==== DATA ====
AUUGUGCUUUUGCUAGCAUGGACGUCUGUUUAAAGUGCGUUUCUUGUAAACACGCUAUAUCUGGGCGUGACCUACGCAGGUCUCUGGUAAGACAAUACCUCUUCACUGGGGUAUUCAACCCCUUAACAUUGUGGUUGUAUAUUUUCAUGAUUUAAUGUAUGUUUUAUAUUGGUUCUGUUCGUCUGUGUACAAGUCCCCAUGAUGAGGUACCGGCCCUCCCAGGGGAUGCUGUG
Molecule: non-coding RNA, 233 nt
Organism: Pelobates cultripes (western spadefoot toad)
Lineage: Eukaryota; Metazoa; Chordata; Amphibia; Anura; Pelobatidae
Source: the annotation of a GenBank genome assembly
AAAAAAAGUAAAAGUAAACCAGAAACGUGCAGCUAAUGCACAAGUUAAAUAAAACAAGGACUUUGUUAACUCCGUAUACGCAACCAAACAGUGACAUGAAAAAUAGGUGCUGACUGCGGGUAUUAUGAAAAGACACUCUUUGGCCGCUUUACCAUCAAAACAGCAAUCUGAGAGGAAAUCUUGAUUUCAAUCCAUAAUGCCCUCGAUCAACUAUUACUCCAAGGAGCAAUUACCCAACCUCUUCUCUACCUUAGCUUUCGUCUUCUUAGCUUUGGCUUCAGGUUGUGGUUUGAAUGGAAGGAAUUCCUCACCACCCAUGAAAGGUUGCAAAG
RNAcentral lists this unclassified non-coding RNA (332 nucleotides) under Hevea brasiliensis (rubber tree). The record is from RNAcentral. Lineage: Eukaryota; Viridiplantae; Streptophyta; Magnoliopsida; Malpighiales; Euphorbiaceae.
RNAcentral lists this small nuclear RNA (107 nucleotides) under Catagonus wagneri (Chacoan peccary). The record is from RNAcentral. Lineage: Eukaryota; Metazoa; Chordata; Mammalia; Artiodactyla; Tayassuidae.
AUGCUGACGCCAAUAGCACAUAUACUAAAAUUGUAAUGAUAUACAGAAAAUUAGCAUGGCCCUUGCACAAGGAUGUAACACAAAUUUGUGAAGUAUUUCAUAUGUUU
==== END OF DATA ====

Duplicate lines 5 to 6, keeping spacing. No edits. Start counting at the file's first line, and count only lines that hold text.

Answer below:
Source: the annotation of a GenBank genome assembly
AAAAAAAGUAAAAGUAAACCAGAAACGUGCAGCUAAUGCACAAGUUAAAUAAAACAAGGACUUUGUUAACUCCGUAUACGCAACCAAACAGUGACAUGAAAAAUAGGUGCUGACUGCGGGUAUUAUGAAAAGACACUCUUUGGCCGCUUUACCAUCAAAACAGCAAUCUGAGAGGAAAUCUUGAUUUCAAUCCAUAAUGCCCUCGAUCAACUAUUACUCCAAGGAGCAAUUACCCAACCUCUUCUCUACCUUAGCUUUCGUCUUCUUAGCUUUGGCUUCAGGUUGUGGUUUGAAUGGAAGGAAUUCCUCACCACCCAUGAAAGGUUGCAAAG